Failure of an organization to comply occurs if it has not been validated during the “initial” or the “additional” validation periods. This will result in the blocking of MiLACNIC and equivalent measures in the systems of the NIRs for all the resources associated with the organization. Strictly contractual and payment-related matters will be excepted, as will the possibility of updating the abuse-c/abuse-mailbox contacts so that they may be automatically re-validated to allow MiLACNIC to be unblocked.

Any attempt to access MiLACNIC (or the equivalent systems of the NIRs) while it remains blocked will display a warning message including the text of this policy. Before the system allows the person to continue, this message must be “read” in full and confirmed by selecting a check-box or other similar mechanism. As technology evolves, other equivalent mechanisms may be used.

If the failure to comply continues, LACNIC will act in accordance with its relevant policies and procedures.

12.6. Escalation to LACNIC
Fraudulent behavior (for example, an “abuse-mailbox” that only replies to emails from LACNIC, to a specific subject or to a certain message body) or failure to comply with the remaining aspects of this policy (ignoring or incorrectly managing cases of abuse) may be reported to LACNIC for re-validation according to 12.4.

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Analyze Diff

Current text: N/A
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New text:

12. Registration and validation of “abuse-c” and “abuse-mailbox”

12.1. Description of “abuse-c” and “abuse-mailbox”
All resources that use LACNIC's registration systems must include a mandatory abuse-c contact attribute (abuse contact) in their corresponding WHOIS entries, with at least one valid, monitored and actively managed abuse-mailbox that allows sending manual or automatic reports regarding abusive behavior, security issues, and the like.

Unrestricted access to the “abuse-mailbox” attribute must be available via whois, APIs and future technologies.

Considering the hierarchical nature of the objects, child objects of those directly distributed by LACNIC (for example, sub-assignments) are covered by the parent objects and their own “abuse-c” attribute is optional.

Following usual practices, other “e-mail” attributes may be included for other purposes.

12.2. About the “abuse-mailbox”
Email messages sent to the “abuse-mailbox” must require manual intervention by the recipient at some time and may not be filtered, as in certain cases this might prevent the reception of abuse reports. For example, a spam report that includes the spam message itself or URLs or content typically classified as spam.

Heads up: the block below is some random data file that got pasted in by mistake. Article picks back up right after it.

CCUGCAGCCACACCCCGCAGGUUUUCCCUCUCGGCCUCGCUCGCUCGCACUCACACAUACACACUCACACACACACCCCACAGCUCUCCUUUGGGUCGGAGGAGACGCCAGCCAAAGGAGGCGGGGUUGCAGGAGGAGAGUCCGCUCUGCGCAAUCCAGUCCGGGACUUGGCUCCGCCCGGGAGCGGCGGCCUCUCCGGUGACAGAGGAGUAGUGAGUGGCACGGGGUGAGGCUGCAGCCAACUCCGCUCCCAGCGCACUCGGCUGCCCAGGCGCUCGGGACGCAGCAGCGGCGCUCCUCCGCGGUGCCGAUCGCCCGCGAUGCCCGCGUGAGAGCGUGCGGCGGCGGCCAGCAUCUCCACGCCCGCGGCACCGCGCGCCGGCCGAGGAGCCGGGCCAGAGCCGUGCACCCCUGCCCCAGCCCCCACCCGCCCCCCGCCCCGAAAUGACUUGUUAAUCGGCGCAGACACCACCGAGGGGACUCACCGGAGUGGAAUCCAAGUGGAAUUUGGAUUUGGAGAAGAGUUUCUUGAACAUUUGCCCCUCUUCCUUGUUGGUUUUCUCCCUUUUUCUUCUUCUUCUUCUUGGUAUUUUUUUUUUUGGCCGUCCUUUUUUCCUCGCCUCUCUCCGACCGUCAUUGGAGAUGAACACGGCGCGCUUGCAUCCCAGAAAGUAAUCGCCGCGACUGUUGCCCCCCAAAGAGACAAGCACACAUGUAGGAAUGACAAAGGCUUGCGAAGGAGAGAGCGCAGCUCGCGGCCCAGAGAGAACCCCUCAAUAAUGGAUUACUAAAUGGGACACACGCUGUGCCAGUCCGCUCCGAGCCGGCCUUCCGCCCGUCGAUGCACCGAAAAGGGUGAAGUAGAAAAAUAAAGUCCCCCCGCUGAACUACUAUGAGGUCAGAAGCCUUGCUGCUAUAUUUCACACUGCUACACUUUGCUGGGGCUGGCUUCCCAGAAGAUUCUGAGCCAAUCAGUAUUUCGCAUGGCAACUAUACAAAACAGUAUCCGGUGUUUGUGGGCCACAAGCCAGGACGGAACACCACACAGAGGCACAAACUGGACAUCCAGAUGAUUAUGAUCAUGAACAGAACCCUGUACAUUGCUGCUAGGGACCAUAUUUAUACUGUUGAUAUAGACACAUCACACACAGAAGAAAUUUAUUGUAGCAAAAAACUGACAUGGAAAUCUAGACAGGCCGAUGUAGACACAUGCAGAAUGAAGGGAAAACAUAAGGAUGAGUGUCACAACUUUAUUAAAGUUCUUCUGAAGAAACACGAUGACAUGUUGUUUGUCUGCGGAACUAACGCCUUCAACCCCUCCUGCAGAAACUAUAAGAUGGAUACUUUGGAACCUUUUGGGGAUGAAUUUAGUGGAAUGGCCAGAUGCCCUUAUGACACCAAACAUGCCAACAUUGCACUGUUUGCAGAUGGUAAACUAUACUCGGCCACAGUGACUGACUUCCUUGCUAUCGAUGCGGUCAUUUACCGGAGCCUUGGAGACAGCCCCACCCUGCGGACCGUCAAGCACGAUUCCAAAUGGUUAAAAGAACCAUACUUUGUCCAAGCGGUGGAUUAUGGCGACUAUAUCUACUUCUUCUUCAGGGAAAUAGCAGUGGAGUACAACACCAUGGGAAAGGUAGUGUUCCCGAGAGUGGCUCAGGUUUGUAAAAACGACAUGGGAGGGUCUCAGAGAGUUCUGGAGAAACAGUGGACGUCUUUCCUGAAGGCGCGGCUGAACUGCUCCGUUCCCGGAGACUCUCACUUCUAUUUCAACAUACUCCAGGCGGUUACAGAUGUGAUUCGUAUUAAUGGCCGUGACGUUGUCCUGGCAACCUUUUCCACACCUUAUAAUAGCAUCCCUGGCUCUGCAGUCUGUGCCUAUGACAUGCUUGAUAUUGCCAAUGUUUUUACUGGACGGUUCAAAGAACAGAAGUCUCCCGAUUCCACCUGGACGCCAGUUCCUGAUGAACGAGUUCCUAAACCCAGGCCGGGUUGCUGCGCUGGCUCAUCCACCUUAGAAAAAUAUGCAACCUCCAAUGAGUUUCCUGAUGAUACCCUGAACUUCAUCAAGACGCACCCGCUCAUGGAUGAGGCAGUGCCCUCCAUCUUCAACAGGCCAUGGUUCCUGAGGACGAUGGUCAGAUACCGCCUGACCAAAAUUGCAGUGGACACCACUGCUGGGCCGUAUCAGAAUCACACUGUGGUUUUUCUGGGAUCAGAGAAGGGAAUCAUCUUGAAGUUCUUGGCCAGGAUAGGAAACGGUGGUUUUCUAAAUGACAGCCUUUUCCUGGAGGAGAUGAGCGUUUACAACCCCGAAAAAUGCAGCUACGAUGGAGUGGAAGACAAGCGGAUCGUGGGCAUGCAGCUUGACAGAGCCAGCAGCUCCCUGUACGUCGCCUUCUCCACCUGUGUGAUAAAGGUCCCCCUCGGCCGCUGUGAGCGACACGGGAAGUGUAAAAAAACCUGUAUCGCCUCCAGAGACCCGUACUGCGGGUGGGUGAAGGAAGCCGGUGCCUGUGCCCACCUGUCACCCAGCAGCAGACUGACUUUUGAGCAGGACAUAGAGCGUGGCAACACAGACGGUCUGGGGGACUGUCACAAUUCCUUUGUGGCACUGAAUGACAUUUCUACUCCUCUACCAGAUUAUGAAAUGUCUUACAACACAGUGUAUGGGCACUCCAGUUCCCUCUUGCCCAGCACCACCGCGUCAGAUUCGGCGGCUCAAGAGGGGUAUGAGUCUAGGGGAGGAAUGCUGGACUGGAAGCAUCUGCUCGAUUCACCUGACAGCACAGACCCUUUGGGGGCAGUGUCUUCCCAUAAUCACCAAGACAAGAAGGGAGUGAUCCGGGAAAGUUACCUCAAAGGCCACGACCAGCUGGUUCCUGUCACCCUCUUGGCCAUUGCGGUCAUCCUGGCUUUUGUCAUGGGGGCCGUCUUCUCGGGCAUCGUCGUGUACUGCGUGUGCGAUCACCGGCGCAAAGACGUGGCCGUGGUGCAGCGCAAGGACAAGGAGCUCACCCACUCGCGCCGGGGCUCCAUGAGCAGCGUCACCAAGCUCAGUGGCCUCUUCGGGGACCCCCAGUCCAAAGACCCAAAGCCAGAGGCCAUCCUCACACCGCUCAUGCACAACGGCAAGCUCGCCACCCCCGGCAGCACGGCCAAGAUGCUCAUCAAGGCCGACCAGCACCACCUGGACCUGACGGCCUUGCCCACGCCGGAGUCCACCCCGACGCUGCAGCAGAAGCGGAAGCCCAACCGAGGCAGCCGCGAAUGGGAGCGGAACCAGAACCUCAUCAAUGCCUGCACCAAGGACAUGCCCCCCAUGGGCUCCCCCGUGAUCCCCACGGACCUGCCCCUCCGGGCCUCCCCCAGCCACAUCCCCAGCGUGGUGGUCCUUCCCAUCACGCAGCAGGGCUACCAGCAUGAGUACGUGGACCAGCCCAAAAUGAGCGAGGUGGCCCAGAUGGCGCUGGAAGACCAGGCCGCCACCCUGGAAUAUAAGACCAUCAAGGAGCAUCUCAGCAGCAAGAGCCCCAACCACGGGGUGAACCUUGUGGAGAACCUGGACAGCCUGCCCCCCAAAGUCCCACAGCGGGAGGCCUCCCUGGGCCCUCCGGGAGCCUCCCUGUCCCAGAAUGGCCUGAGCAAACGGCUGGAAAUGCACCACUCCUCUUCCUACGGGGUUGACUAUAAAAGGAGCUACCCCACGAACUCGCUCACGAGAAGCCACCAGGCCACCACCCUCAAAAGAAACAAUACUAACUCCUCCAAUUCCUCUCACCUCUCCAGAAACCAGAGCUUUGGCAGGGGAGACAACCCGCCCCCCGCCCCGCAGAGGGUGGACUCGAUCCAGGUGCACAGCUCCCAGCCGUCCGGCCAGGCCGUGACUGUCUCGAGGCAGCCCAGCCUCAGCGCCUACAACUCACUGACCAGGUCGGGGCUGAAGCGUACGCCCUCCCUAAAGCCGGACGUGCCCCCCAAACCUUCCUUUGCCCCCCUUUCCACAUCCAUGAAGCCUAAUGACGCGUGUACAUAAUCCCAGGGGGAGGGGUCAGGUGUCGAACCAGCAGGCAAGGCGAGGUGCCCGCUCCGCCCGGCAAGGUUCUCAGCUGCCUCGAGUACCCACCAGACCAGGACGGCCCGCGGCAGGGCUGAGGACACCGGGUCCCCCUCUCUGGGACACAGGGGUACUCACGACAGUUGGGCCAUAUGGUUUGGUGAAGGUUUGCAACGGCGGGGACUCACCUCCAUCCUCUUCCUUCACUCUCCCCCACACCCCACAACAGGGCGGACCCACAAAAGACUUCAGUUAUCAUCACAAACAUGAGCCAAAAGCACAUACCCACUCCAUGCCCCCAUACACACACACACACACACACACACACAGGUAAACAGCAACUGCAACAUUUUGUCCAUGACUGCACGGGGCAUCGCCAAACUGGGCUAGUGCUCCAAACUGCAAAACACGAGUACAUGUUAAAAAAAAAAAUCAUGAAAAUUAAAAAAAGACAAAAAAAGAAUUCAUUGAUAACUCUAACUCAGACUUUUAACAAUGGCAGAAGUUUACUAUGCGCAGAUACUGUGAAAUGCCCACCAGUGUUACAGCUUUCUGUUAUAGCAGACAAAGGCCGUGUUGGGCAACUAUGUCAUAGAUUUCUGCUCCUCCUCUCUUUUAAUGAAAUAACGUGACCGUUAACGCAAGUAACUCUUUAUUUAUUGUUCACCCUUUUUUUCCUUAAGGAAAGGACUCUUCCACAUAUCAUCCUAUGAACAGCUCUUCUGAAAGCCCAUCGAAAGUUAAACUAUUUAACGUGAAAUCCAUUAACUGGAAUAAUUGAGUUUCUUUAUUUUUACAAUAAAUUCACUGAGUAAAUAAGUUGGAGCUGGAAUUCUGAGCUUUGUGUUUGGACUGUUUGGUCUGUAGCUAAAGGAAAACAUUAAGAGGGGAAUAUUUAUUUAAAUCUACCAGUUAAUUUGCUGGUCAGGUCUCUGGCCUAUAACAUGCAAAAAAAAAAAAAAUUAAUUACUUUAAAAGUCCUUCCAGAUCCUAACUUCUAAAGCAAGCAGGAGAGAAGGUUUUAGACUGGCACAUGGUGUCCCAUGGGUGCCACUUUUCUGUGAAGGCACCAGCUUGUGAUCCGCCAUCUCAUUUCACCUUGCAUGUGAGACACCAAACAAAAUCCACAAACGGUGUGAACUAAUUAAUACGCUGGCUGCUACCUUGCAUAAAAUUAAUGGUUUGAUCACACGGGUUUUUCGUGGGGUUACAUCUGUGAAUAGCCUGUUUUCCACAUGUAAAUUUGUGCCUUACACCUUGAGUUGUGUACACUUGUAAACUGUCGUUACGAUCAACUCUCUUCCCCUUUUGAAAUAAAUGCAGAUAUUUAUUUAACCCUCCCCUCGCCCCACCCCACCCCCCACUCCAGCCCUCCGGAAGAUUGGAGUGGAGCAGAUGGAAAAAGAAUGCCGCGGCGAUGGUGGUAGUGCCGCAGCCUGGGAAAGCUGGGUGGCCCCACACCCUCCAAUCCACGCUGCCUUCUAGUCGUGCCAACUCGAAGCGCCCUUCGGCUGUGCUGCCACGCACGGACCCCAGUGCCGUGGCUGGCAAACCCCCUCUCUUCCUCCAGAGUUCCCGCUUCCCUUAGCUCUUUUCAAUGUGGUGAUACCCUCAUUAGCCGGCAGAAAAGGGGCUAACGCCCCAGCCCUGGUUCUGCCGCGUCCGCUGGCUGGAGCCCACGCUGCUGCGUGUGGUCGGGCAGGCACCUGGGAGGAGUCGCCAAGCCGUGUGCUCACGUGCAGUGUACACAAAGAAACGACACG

The “abuse-mailbox” may initially return an automatic reply, for example, assigning a ticket number, applying classification procedures, requesting further information, etc. However, it may not require the use of a form, as this would mean that each entity that needs to report cases of abuse (a task that is typically automated) would be forced to develop a specific interface for each resource recipient to which it must report an abuse. This would not be viable, as it would place the cost of processing the abuses on those who submit the claims and are therefore the victims of the abuse, not on those who (directly or indirectly) cause the abuse.

It is reasonable for the person reporting the abuse to submit sufficient information in the first report (logs, a copy of the spam message or its full headers, or equivalent information as applicable for each type of abuse). Likewise, it is reasonable for the initial auto-reply email to specify that the claim will not be processed unless such information has been submitted, thus offering the sender the opportunity to repeat the submission and include relevant evidence. This allows automatic reporting, for example, via fail2ban, SpamCop or other reporting services, keeping costs at a minimum for both parties involved. Usually, once a ticket number has been assigned, it is to be expected that the same number will be maintained in all communications (typically as part of the subject).

12.3. Purpose of “abuse-c”/”abuse-mailbox” validation
The procedure, which is to be developed by LACNIC, must meet the following objectives:

1) It must guarantee its functionality and allow the helpdesks that deal with the abuse reports to verify that the validation actually originated from LACNIC and not from other sources (involving security risks, avoiding, for example, a single “direct” URL for validation).